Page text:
Moacyr Scliar, Cynthia Rimsky, Sergio Chejfec, Eduardo Halfon, and Santiago Amigorena make up a kaleidoscopic group of authors who explore Judaism from perspectives of dislocation and nomadism. Their (auto)exilic condition informs literary creation, and the work of writing and thought can reveal distance from the word itself as well as the difficulty of renewing received origins. In this way, the (auto)biographical fictions that try to shed light on a traumatic and silenced past combine family dissonance with genealogical attachment, with writing as an act of translation that combines the diasporic condition with linguistic and cultural contamination. For transnational authors who inhabit a space with diffuse borders, being Jewish is a problem that goes beyond one’s roots: it is a threshold that hybridizes the familiar with the strange, a field of tension between what is one’s own and what is others’, a way of belonging in unbelonging.
Martha Bátiz: No Stars in the Sky
The nineteen stories of No Stars in the Sky feature strong but damaged female characters in crisis. Tormented by personal conflicts and oppressive regimes that treat the female body like a trophy of war, the women in No Stars in the Sky face life-altering circumstances that either shatter or make them stronger, albeit at a very high price. Bátiz shines a light on the crises that concern her most: the plight of migrant children along the Mexico–U.S. border, the tragedy of the disappeared in Mexico and Argentina, and the generalized racial and domestic violence that has turned life into a constant struggle for survival. With an unflinching hand, Bátiz explores the breadth of the human condition to expose silent tragedies too often ignored.
Ethel Batista and David Álvarez: Mujer pájara
The bird woman is born, grows, and lives. She is full of fear, but sometimes she sings, while she spends her day in a cage. One day, the cat jumps on the cage and breaks it, and that is when the bird woman leaves her prison and flies; although they want to catch her, she flies to free herself while everything else falls apart. This picture book is a powerful feminist metaphor for women’s oppression and liberation; the universality of the illustrations, by Mexican artist David Álvarez, masterfully complements and interprets the text by Argentine author Ethel Batista.
Luciano Martínez, ed.: Pedro Lemebel, belleza indómita
The twenty essays gathered in this book are clearly anchored in Chile, in terms of both reading practice––the imperative need to read Lemebel within the social, cultural, and political contexts within which he developed his work––as well as in relation to the origin of many of its collaborators. As can be seen in the different ways of writing about and from Lemebel, or being in Lemebel, as Carmen Berenguer would say, the editor was interested in encouraging a diversity of views, creating a space for conversation that prevents Lemebel from falling into any “dominant pedagogy” that could generate an eccentric or exotic image of his figure and his work.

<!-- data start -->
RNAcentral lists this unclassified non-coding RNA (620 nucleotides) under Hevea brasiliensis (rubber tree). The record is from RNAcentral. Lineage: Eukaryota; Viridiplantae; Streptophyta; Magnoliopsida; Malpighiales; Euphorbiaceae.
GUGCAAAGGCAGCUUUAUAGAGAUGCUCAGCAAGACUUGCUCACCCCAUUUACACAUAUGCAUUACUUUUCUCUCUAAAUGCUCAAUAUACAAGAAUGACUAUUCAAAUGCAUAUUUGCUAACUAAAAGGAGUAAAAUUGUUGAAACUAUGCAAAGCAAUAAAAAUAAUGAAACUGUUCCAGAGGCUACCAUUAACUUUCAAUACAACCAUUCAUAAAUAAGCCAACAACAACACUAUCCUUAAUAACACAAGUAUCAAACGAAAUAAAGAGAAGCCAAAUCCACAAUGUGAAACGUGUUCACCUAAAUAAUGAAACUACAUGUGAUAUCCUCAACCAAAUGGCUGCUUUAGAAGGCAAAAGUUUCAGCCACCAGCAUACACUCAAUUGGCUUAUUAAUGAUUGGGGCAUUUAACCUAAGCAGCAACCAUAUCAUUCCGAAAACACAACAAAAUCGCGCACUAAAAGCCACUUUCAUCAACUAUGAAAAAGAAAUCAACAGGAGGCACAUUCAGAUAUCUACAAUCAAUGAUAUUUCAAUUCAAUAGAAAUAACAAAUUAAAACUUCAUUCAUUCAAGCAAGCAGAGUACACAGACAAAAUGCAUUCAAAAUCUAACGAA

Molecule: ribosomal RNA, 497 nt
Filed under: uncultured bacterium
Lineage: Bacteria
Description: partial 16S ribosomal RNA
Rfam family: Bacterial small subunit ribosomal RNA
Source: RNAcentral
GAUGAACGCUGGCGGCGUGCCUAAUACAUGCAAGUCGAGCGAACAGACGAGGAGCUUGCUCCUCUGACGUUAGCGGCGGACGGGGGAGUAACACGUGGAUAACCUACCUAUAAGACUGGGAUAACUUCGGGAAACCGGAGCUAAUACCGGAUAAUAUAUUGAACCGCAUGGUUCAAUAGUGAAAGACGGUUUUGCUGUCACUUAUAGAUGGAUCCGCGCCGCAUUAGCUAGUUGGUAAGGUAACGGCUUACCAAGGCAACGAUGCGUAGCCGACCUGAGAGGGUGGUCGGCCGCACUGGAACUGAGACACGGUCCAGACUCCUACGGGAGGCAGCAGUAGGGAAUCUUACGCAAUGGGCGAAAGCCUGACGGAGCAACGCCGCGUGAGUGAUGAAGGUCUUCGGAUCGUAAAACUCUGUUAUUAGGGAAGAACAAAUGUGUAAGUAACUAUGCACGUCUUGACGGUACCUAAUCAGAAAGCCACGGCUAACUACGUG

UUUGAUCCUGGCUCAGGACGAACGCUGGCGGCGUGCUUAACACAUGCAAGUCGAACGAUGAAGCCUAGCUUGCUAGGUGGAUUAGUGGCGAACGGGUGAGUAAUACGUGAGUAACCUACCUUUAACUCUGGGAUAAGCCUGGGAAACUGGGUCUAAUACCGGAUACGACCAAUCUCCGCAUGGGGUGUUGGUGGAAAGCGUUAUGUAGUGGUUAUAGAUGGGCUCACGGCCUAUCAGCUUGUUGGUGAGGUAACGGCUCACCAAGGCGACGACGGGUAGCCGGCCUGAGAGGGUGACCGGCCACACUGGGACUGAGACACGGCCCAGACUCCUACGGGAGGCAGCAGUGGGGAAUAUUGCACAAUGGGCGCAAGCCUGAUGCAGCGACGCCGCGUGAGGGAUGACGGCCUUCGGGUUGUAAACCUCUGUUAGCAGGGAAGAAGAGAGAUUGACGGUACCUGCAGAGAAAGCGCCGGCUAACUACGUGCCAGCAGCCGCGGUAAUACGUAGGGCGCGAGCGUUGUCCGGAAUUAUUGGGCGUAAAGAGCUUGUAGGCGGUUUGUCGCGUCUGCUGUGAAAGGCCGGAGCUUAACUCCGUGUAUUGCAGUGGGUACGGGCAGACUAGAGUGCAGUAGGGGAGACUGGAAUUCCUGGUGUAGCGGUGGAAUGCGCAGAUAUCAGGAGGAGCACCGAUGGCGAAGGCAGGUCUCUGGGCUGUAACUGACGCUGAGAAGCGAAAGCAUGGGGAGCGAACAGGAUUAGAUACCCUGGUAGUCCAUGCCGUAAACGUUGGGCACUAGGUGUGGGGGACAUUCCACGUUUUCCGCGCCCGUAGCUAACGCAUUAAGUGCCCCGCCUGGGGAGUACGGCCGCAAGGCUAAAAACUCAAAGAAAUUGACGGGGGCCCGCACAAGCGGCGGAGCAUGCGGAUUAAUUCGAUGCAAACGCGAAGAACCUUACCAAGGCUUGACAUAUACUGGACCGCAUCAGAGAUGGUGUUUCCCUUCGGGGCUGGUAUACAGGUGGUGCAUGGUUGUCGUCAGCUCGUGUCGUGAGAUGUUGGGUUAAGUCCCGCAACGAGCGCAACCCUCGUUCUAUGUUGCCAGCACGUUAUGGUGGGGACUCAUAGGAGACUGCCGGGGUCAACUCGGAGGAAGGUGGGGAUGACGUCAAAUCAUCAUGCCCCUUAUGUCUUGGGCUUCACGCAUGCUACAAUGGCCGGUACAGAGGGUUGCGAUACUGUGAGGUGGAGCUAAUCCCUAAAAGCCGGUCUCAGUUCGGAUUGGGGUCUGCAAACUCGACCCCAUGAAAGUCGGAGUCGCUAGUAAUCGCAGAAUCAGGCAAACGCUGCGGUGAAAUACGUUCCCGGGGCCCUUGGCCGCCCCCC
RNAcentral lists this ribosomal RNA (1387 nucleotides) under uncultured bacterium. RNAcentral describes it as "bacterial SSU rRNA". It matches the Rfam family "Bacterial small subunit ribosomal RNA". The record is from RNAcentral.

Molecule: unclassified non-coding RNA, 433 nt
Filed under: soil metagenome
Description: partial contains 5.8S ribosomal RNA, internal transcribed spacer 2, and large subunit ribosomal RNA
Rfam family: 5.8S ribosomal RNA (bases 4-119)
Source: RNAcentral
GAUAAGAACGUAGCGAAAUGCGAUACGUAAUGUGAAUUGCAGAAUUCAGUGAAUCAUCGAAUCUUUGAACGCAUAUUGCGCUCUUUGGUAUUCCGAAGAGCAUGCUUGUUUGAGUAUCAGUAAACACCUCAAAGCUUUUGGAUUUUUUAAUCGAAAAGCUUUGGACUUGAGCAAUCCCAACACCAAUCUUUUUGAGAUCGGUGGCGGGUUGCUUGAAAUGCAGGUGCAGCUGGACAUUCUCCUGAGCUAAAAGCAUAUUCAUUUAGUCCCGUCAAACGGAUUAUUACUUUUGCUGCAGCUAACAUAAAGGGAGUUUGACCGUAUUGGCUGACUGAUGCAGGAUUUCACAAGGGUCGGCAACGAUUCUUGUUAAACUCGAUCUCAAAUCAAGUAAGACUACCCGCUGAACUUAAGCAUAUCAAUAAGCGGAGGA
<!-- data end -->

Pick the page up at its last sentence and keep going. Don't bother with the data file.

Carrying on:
The participation of renowned writers and poets––Carmen Berenguer, Eduardo Espina, Juan Pablo Sutherland, and Alejandro Modarelli––gives this book a plural nature that removes the essentialism and monotony of the academic book, allowing it to be hybridized in a register akin to that of creative writing. In this sense, these texts themselves are nourished by Lemebel’s “neobarrocho,” as Soledad Bianchi would say, or “Lemebel’s popular baroque,” according to Juan Poblete.
Reynaldo Pérez Só: Redacción
“Any first person could be recovered from the second, from the imagination of memory, as long as they are committed to not letting it be articulated with longings due to helplessness, anguish, and the ruin of a sour adulthood that thinks too much, that does not ask but answers, dictates, uses adjectivally, and lectures, that is afflicted by finitude and thus overdetermines things, finishing off its own experience. If it is possible to wash away that return of sight with tears, if it is possible to approach that accumulation of impressions free of rhyme, mourning, and daydreaming, such an effort will be of no little benefit. Bodies, objects, and their forms will be the same: light and darkness, the sea, mountains and hills, uncovered land, animals, insects and plants, fire and cold, exposure to the stars and elements; then, one and in movement, they unfold into others, the singular becomes plural in men and women, young and old, their jobs and their days, the affections that awaken us: joy, sadness, and desire; and already among them, time, loneliness, and death. Such are the plots generously treated by Reynaldo Pérez Só in this Redacción.” – César Panza
Andrea Chapela: The Visible Unseen, tr. Kelsi Vanada
In powerful, formally inventive essays, The Visible Unseen disrupts the purported cultural divide between arts and science. As both a chemist and an award-winning author, Chapela zeros in on the literary metaphors buried in the facts and figures of her scientific observations. Through questioning scientific conundrums that lie beyond the limits of human perception, she winds up putting herself under the microscope as well.
While considering the technical definition of glass as a liquid or a solid, Chapela stumbles upon a framework for understanding the in-between-ness of her own life. Turning her focus toward mirrors, she finds metaphors for our cultural obsessions with self-image in the physics and chemistry of reflection. And as she compiles a history of the scientific study of light, she comes to her final conclusion: that the purpose of description—be it scientific or literary—can never be to define reality, only to confirm our perception of it. Lyrical, introspective, and methodical, The Visible Unseen constructs a startling new perspective from which to examine ourselves and the ways we create meaning.